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ASP.NET Support Voice Column
How to embed resources in ASP.NET 2.0 assemblies
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Hi, this is Karthik with the Microsoft ASP.NET developer support team here at Microsoft. I have been working with ASP.NET for the past year and a half and have been involved with software development for about eight years now. The concept of embedding resources in assemblies that I discuss in this article is a pretty cool one. This could be very useful in large Web applications that involve lots of reusable components.
In this article, I will talk about and provide step-by-step instructions for creating and using embedded resources.
What are these resources?
These resources could be any resources that you need for proper display, functioning, validation, and execution of the components in your project. These are vital resources that tend to and need to stay consistent across the application.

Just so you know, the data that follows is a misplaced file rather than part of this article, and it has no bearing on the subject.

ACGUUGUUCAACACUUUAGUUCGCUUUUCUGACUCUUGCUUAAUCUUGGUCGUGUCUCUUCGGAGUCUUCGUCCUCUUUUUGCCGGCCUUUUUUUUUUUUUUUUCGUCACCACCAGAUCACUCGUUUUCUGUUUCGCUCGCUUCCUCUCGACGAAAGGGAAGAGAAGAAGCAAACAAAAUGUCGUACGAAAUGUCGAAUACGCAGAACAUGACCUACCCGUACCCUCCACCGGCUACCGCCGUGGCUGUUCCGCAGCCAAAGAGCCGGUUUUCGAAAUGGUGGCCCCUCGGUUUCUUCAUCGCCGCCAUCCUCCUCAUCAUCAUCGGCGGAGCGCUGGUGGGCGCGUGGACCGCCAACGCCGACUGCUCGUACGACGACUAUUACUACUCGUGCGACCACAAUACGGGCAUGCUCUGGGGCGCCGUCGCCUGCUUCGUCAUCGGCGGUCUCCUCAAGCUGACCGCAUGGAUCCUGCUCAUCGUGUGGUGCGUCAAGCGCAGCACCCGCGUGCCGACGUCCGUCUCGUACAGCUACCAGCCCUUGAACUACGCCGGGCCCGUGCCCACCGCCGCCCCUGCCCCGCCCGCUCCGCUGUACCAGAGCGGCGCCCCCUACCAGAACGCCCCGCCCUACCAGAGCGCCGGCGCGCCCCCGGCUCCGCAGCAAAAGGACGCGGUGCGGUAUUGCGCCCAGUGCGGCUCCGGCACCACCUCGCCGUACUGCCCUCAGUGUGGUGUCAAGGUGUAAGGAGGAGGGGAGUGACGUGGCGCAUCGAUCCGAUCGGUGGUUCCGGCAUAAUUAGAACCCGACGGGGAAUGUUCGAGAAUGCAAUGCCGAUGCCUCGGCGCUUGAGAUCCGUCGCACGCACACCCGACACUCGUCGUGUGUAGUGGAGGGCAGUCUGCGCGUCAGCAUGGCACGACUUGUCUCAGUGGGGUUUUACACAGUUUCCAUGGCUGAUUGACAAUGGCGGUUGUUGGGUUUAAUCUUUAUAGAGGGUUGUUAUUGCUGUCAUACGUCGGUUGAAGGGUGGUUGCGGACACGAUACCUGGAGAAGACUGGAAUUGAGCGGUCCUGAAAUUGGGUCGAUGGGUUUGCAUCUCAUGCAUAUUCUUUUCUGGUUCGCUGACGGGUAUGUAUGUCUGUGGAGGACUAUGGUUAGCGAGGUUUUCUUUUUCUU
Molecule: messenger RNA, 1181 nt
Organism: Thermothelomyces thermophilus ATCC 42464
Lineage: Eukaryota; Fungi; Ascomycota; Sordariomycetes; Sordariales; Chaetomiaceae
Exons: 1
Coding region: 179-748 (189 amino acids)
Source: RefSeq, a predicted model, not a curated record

What are the advantages of embedding them?
You could put all your dependencies into one single assembly and then ship the assembly out to whoever needs it without having to worry about stuff like does the user has the latest client-side scripts? Did the user remember to put the images in the /something/something/images folder? Did the user set the permissions for the new folder accordingly? Is there any conflict between the resources that my library requires and any other library? Well, the list could go on.
Embedding the resources in an assembly
To do this, follow these steps:
Add the resource as an existing item into the project.
Set the resource type to be "embedded resource".
Note This option is not available if you add the item directly to the Web site itself. Here is what you would see in such a situation:
You can only apply this option on resources that are included with class libraries (assemblies in their own right). Here is what you would see:
Next, open the AssemblyInfo.cs file of that library, and then add the following line of code to it:
Assemblies (.NET Framework Developer's Guide) Assemblies are the building blocks of Microsoft .NET Framework applications. They form the fundamental unit of deployment, version control, reuse, activation scoping, and security permissions. For more information, visit the following MSDN Web site: